Both pieces were objections to the planned Monterey Bay Community Power project, a three-county, government-led consortium that would compete with Pacifc Gas & Electric Co. One piece was one written by Pacific Grove businessman Jeff Gorman and the other by Libertarian Party stalwart Lawrence Samuels, who seems to be opposed to just about everything.
The headline on Gorman’s piece, reflecting a theme also picked up by Samuels, reads “Monopoly on power not the answer.” OK, as I pointed out a jillion times in my reporting days, the headline is not written by the author. It is written by a copy editor, who, in the case of The Herald, probably lives somewhere near Chico.
Regardless, it’s an airball of a headline even if it isn’t entirely Gorman’s fault. The three-county MBCP entity would be an alternative to Pacific Gas & Electric Co., a true monopoly. As a competitor of PG&E, the new entity would, by definition, not be a monopoly. PG&E would remain in business. And here’s a point not made in Gorman’s piece, residents of the three counties involved – Monterey, Santa Cruz and San Benito – would be allowed to opt out of the new power structure and stay with PG&E at a cost of $10 a month.
Gorman writes that state law “allows these new government entities to convert PG&E customers into government customers without customer approval.” That simply is not so. Rather than be a monopoly, MBCP would eliminate a monopoly and customers would have a choice.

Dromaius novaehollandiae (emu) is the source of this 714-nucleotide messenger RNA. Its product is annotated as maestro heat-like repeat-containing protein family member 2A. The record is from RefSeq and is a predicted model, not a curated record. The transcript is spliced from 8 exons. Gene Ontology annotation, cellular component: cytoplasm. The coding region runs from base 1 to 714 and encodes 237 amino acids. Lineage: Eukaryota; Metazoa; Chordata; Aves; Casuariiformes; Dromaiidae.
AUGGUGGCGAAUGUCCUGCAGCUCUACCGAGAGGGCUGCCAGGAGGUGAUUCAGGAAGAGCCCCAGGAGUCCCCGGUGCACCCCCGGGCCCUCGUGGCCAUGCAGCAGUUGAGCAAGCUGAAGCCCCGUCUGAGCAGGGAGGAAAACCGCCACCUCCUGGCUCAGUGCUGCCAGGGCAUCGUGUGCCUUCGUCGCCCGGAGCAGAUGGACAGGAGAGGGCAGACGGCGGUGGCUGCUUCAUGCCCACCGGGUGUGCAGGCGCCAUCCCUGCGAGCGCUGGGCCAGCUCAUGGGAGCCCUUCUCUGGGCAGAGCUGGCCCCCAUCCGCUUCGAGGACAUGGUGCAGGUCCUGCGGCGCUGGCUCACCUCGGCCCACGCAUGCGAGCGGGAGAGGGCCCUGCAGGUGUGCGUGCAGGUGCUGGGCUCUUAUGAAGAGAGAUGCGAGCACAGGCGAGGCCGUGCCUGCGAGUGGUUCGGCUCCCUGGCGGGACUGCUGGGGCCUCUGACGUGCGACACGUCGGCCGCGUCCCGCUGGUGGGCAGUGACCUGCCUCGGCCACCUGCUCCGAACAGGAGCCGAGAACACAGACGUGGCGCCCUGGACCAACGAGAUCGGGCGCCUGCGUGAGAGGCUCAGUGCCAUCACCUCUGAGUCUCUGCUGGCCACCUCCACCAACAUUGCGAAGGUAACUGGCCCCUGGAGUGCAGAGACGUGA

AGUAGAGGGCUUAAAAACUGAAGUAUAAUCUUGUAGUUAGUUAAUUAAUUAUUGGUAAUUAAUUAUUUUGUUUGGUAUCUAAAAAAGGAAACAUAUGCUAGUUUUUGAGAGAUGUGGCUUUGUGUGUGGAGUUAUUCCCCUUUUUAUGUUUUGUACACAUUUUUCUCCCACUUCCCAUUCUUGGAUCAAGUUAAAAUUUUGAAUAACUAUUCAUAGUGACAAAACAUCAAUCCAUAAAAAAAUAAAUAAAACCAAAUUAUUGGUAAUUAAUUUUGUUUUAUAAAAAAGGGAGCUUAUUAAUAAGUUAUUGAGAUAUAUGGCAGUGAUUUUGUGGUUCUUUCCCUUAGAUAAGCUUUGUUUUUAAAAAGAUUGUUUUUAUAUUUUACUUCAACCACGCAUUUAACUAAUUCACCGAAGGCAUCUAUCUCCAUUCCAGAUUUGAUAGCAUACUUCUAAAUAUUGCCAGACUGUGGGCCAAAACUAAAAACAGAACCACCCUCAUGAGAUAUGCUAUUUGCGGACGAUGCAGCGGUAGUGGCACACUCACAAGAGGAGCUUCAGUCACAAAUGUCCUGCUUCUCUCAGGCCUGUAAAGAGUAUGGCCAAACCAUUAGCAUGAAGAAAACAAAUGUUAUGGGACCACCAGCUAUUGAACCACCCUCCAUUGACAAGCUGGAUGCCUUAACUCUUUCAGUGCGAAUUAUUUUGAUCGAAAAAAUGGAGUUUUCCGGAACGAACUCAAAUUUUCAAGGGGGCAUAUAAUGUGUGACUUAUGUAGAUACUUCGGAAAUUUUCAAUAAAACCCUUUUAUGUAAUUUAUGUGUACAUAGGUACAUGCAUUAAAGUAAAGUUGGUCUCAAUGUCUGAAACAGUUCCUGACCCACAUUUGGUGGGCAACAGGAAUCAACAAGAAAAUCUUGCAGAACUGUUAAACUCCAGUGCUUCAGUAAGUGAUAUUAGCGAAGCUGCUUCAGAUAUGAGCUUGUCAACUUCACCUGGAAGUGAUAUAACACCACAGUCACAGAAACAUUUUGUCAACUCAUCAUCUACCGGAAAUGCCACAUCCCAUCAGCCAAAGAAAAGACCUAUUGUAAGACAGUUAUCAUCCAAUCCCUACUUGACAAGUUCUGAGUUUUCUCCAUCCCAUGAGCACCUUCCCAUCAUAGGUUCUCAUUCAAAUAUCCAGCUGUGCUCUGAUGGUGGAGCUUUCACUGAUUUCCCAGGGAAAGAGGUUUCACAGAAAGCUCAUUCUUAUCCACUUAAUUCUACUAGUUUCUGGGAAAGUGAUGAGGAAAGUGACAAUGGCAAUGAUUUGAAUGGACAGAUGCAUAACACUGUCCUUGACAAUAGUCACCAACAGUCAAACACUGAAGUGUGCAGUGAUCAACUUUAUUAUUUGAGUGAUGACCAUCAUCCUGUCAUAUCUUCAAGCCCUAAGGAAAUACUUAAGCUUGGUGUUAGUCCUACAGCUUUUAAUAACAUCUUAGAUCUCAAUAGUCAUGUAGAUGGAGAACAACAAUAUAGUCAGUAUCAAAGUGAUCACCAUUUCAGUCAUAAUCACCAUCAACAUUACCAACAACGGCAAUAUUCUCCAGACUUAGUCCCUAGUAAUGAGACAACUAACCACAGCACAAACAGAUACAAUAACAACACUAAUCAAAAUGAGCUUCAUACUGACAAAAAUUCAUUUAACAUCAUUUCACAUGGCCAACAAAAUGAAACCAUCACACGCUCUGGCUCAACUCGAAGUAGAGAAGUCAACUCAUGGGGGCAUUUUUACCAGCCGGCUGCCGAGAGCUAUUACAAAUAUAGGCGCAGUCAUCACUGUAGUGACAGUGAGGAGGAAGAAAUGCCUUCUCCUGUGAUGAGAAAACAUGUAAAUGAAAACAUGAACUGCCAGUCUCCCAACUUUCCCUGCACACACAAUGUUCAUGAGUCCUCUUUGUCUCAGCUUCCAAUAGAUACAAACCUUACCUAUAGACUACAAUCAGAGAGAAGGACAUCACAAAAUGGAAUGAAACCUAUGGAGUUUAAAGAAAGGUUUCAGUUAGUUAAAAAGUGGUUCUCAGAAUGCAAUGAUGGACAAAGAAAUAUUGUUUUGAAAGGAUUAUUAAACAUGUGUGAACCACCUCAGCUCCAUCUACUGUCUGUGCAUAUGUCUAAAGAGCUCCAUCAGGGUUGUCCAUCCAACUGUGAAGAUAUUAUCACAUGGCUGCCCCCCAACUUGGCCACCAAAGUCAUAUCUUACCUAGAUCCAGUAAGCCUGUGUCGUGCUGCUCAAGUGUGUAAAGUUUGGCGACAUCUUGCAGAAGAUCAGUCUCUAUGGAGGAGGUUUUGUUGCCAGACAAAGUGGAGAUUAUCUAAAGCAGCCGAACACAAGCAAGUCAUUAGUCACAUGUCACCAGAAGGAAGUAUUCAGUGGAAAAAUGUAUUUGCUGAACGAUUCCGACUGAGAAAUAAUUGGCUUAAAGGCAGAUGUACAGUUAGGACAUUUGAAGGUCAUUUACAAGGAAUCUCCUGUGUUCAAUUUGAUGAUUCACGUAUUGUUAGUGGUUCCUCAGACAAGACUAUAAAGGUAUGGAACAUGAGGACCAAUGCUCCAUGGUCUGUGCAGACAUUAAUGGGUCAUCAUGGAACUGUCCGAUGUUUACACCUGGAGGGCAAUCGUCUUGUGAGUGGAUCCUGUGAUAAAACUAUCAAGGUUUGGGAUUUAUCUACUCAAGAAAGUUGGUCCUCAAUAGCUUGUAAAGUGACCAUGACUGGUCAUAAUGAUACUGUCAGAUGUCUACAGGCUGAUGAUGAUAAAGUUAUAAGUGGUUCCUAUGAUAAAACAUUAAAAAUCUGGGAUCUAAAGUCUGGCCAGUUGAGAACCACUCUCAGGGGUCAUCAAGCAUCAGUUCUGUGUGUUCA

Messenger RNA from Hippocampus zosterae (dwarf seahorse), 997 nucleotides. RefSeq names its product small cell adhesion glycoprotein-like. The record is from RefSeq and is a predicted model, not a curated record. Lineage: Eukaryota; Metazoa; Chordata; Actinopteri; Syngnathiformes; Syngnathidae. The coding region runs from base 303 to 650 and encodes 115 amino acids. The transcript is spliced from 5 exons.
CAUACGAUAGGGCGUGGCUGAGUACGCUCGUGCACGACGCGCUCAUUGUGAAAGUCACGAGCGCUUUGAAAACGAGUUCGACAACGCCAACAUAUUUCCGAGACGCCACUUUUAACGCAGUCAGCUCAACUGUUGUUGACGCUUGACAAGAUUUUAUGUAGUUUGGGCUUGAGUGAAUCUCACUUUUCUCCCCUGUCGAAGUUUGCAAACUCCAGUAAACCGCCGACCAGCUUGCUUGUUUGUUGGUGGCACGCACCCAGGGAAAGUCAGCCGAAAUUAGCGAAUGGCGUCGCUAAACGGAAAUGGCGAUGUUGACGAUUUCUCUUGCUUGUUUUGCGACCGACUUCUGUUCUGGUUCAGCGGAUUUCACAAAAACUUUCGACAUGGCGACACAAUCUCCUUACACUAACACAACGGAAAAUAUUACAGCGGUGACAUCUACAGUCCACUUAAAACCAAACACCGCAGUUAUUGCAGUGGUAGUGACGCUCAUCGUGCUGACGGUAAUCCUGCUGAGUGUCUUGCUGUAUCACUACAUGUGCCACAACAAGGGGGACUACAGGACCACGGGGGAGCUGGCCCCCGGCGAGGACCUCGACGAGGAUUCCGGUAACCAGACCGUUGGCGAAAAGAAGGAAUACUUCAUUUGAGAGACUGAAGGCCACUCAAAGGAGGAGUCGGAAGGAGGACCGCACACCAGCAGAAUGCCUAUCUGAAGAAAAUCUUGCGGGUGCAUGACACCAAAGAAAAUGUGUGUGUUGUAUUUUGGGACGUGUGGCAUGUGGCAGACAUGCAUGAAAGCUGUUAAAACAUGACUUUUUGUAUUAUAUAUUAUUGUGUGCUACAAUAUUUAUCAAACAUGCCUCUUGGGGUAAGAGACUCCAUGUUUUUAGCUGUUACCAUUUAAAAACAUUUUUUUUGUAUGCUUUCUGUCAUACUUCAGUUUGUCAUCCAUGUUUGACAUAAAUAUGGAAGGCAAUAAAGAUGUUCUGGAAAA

Organizers of the MBCP, led by former Republican state senator and California Secretary of State Bruce McPherson, say the goal is to provide cheaper power than the power we are forced to buy from PG&E and to promote the use of sustainable power supplies such as solar and wind-generated energy. Low-income households now receiving discounts from PG&E would be able to retain the discounts.
Each of the three county governments and most of the cities in those counties have signed onto the plan.
The headline on Samuels’ piece declares “Rates will zoom with new agency.” Which might be true but a more accurate headline would have been “Rates will zoom with new agency or they might actually go down.” A similar setup in Sonoma County led to lower rates while the other consortiums in California are still pursuing that goal.
Samuels, like Gorman, gets lost in the monopoly thing. “As any first-year student of economics can attest, government monopoly and state ownership is far less efficient and greatly more expensive than the private sector …. “ He mentions “backward incentives.” But quite a few first-semester students of economics would remind Gorman that there is a worse creature out there, generally less efficient and more expensive than the others, and that is the government-regulated monopoly. If PG&E isn’t proof of that, just think about California American Water, which pretty much invented backward incentives. Enough said.
Samuels wasn’t finished, though, having still another foot to shoot. After his wayward lecture on monopolies, he tells us “no private sector utility is able to compete with a government agency swimming in taxpayer-provided state subsidies.” In other words, he seems to be saying MBCP’s prices would likely be lower than PG&E’s, which maybe should have been his point in the first place.